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Homework Statement:
 Learning
Relevant Equations:

z=a+bj, angle = tan^1(b/a) 
R = R, C = 1/jwC, L = jwL
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Okay, why don't you type out your steps here and we can see where the problem is coming from.Yeah part a
But when I try to simplify it it just goes horrible wrong
I’ve seen it before. But there’s a lot happening here. And I don’t know where to startFor part (a), what you have done so far looks correct. You should continue to simplify the expression (get it into a simpler fraction). I'm assuming you were asking about part a  if not, do correct me.
[EDIT]: you may want to 'rationalise' the denominators of the fractions to help reach the required form. If you are taking an AC circuit theory class, I am guessing that you have seen complex numbers before? If not, let me know and I can explain further/ point you towards some resources.
1/Z_{total} = 1/Z_{1} + 1/Z{2} in parallelOkay, why don't you type out your steps here and we can see where the problem is coming from.
Generally, we know that two parallel impedances yield ## Z_{total} = Z_1 // Z_2 = \frac{Z_1 \cdot Z_2}{Z_1 + Z_2} ## which follows directly from the formula you wrote. It might be easier to write out the final impedance that way
Lets take ## Z_1 = R + \frac{1}{j\omega C} ## and ## Z_2 = j \omega L ##. The formula then becomes:I’ve seen it before. But there’s a lot happening here. And I don’t know where to start
And in series it’s Z(total) = Z(1) + Z(2)1/Z_{total} = 1/Z_{1} + 1/Z{2} in parallel
It would really help to see some working. To get to the expression I have written, we can multiply the expression you have in the third line of your working by ## (R + 1/j\omega C ) ## and ## j \omega L ## (both numerator and denominator)Yeah i get that. But the formula i got is not the same as the one you are using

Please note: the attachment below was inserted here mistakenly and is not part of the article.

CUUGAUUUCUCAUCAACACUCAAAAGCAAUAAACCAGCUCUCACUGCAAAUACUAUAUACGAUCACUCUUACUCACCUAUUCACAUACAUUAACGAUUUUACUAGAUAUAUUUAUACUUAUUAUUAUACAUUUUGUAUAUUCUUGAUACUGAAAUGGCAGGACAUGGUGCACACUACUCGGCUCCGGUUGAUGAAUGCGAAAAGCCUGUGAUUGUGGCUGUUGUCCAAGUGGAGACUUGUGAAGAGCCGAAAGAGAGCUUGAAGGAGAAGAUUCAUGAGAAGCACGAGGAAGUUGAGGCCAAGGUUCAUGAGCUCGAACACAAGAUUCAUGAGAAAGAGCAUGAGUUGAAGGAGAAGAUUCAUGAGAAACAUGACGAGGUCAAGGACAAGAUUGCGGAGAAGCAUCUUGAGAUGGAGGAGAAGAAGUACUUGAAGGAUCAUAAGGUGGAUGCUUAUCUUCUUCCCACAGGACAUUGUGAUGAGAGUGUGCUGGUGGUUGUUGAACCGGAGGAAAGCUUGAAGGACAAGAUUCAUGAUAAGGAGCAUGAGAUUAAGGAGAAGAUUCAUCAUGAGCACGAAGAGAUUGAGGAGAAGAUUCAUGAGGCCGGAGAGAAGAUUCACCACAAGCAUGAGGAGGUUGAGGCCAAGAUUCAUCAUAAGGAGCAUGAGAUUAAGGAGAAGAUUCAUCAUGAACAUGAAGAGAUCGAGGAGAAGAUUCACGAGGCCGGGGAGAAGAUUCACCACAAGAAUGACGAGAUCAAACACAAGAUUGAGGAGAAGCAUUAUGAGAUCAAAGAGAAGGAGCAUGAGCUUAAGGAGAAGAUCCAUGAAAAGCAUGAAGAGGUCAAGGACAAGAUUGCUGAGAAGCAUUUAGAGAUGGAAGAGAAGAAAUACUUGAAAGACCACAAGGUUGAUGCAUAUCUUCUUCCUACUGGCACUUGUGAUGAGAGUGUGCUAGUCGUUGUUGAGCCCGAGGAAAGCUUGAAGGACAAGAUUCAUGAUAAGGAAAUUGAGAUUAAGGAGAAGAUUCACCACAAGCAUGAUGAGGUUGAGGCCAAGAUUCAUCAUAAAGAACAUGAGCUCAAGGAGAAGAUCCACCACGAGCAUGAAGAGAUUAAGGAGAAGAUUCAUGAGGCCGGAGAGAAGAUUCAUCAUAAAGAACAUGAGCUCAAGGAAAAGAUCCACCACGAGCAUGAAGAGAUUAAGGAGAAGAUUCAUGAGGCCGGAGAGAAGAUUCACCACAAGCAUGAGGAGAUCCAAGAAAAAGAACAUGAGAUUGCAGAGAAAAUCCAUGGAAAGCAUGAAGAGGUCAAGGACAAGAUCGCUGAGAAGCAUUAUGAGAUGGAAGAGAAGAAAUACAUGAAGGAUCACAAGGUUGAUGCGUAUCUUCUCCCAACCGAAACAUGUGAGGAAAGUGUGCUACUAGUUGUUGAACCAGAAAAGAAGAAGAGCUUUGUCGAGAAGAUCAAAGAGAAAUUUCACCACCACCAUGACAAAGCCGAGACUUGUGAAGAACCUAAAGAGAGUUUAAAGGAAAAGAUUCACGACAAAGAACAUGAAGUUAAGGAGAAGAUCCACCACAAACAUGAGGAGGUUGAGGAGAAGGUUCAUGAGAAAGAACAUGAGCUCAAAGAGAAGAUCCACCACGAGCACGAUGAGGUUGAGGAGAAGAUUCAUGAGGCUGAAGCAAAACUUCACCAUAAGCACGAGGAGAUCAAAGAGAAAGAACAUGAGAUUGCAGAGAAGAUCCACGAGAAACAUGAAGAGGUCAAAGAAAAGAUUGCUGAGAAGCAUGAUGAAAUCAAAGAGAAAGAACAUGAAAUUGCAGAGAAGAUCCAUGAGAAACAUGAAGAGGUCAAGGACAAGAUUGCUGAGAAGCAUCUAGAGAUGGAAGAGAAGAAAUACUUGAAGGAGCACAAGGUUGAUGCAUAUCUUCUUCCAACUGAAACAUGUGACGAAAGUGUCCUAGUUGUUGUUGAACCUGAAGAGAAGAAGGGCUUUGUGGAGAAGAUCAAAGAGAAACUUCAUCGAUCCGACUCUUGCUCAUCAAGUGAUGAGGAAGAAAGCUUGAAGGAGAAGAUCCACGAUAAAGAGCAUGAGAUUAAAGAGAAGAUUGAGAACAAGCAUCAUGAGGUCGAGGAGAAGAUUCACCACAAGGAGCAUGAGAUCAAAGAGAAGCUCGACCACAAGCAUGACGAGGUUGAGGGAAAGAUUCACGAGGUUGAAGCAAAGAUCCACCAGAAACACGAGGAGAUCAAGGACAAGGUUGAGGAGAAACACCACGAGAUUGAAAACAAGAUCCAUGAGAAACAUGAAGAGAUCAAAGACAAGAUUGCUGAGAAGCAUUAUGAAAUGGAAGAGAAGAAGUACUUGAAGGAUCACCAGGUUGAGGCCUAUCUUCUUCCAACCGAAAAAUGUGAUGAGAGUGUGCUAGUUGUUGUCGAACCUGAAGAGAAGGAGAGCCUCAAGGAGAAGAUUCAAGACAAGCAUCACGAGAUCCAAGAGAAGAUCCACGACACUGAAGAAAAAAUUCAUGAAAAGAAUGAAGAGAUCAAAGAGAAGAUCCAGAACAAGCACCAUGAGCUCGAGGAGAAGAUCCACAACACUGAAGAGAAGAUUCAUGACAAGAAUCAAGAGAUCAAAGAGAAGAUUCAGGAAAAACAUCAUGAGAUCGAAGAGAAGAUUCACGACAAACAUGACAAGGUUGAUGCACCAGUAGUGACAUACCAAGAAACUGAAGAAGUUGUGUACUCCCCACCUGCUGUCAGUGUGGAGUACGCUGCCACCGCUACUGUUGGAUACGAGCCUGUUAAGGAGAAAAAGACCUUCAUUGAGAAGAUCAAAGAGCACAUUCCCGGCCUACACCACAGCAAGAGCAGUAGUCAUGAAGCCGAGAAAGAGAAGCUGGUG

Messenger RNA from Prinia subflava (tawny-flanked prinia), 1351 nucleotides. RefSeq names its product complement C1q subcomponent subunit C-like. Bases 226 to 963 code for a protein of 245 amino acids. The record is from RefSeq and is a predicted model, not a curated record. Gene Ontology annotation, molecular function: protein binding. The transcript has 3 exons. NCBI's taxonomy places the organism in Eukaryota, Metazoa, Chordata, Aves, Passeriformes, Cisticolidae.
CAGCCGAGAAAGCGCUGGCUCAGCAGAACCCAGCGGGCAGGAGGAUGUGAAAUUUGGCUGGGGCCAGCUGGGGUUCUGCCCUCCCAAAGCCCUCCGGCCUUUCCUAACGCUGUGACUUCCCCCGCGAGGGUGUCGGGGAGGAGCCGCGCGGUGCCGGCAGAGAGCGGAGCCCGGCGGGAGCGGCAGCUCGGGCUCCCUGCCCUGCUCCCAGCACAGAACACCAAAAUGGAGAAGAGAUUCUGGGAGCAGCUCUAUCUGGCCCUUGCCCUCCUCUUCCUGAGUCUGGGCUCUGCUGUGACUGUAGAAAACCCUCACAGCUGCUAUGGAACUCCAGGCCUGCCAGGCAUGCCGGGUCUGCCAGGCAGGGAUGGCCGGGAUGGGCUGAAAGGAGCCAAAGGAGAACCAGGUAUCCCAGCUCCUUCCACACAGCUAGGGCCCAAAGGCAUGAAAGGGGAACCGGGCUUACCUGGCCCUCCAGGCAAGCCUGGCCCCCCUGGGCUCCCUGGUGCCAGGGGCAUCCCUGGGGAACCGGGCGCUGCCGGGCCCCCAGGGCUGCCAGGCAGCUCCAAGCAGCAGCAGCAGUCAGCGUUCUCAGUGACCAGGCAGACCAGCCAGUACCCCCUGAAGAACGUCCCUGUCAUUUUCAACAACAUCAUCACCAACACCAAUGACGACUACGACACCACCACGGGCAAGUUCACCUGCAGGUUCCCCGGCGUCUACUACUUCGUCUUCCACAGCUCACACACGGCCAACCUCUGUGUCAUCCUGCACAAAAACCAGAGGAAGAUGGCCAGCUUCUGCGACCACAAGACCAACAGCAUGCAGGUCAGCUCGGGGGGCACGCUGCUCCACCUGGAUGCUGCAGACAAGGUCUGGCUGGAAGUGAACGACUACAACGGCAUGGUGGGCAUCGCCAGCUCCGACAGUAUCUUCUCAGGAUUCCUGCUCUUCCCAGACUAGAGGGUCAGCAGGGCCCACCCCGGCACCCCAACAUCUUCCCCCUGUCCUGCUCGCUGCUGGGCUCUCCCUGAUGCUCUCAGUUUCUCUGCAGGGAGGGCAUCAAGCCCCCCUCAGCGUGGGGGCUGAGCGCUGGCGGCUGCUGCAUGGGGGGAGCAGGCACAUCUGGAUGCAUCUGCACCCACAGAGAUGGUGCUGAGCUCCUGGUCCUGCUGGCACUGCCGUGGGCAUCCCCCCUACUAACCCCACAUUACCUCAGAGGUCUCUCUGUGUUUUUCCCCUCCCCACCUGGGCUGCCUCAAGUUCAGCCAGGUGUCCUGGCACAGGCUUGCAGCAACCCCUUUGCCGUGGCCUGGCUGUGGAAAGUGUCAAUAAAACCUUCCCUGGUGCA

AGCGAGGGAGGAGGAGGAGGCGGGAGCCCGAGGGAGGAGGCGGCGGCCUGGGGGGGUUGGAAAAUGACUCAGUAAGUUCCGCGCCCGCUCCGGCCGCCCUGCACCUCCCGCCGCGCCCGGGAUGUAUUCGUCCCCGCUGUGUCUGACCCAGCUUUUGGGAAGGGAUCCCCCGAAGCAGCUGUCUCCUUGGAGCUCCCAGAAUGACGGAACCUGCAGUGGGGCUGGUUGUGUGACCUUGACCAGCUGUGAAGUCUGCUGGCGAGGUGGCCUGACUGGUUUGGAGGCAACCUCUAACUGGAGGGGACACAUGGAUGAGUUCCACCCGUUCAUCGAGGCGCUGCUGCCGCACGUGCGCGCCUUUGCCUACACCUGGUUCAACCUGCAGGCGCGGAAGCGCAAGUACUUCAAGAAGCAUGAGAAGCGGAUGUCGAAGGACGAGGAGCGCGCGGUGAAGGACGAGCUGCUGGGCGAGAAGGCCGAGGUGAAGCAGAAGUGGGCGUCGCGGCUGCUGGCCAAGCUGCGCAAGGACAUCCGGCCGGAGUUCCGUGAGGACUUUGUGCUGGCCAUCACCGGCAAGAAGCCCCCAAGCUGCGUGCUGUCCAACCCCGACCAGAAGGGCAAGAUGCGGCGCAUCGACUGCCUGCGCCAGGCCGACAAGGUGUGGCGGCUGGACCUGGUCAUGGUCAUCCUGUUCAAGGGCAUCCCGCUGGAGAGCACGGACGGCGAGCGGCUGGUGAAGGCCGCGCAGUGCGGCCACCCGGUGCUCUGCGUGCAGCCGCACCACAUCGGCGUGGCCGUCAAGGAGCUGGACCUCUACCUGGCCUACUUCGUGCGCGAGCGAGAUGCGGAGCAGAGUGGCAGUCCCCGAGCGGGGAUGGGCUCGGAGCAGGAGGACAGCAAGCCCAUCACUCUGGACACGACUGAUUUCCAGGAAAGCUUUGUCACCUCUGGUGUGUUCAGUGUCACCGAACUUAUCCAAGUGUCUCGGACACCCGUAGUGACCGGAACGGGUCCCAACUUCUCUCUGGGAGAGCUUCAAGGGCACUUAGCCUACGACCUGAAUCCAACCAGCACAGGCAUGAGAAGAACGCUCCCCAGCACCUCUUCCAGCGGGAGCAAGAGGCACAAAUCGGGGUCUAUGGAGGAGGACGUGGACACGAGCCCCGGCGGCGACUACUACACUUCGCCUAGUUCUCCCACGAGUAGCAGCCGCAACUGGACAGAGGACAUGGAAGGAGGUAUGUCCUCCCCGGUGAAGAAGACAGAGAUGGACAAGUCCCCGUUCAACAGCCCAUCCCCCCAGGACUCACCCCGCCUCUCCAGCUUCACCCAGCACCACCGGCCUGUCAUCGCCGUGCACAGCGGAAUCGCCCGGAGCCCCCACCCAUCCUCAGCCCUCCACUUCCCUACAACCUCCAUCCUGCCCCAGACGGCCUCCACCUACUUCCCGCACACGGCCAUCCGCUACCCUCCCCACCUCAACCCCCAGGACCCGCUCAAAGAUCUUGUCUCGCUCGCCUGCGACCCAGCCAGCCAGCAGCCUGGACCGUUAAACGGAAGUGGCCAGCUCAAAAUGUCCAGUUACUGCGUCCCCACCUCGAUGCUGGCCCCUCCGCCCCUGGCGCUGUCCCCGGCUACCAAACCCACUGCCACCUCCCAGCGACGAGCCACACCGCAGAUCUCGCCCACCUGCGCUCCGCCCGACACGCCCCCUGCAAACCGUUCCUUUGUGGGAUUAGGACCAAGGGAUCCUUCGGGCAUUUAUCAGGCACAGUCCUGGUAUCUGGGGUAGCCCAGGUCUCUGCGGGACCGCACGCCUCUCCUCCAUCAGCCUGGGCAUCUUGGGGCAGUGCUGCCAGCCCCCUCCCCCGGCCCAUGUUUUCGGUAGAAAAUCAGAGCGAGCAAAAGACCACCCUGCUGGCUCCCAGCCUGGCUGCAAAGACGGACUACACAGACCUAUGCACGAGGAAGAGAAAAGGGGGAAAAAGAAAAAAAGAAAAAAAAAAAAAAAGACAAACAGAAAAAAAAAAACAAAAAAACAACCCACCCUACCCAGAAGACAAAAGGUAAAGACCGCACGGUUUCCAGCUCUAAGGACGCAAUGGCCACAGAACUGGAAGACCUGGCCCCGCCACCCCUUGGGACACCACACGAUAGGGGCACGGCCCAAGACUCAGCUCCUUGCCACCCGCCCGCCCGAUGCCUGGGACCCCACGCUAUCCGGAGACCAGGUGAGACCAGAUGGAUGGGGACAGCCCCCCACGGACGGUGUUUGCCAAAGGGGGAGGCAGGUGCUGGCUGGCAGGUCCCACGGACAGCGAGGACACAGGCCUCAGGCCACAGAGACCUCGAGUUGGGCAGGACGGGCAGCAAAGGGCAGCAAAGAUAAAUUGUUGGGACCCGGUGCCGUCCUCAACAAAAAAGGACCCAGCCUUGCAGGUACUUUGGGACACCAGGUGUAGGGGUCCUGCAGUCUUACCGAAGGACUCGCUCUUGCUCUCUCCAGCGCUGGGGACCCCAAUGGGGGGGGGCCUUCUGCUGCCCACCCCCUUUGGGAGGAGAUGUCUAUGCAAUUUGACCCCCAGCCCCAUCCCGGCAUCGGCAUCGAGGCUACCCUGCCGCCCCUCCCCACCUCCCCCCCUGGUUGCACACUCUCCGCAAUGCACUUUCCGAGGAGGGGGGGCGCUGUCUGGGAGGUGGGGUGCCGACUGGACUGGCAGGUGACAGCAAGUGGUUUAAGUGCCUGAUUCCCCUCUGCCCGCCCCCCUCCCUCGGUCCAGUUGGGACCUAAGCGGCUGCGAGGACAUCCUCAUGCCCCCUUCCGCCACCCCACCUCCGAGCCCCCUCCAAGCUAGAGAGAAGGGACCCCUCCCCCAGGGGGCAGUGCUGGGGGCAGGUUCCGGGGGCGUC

In the beginning, ## j \omega L + \frac{1}{j\omega C} \neq j(\omega L + \frac{1}{\omega C}) ## as the j in the denominator should make it negative (i.e. ## j(\omega L  \frac{1}{\omega C}) ##)Is this correct?
Ahh yes I see itIn the beginning, ## j \omega L + \frac{1}{j\omega C} \neq j(\omega L + \frac{1}{\omega C}) ## as the j in the denominator should make it negative (i.e. ## j(\omega L  \frac{1}{\omega C}) ##)
Damn so many mistakes. Thx man. I’ll change it and post my next tryI think you might also be missing a term where ## j \omega L R ## multiplies the ## R ## in the first line
That looks correct to me! It might be easier to turn the ## (\omega L  \frac{1}{\omega C}) ## into a ## 1  \omega^2 LC ## term (remembering to multiply through by ## (\omega C)^2 ## ). This looks like it will be easier to work with for the next parts of the question.@Master1022 How does this solution look?
Ok I’m lost now. How did you get (1  w^2LC)That looks correct to me! It might be easier to turn the ## (\omega L  \frac{1}{\omega C}) ## into a ## 1  \omega^2 LC ## term (remembering to multiply through by ## (\omega C)^2 ## ). This looks like it will be easier to work with for the next parts of the question.
It is also useful to think about dimensions when working through these types of problems. Often seeing dimensions that match can be indicative of correct working (e.g. seeing a ## \omega ^2 LC ## or ## \omega ^ 2 RC ##)
Apologies, so you can get ## \omega^2 LC  1 ## and then multiply that term by ## (1)^2 = 1 ## so your denominator becomes ## (\omega C R)^2 + (\omega^2 LC  1)^2 = (\omega C R)^2 + (1  \omega^2 LC )^2 ##. It's just a multiplication by 1 (won't matter because the term is squared).Ok I’m lost now. How did you get (1  w^2LC)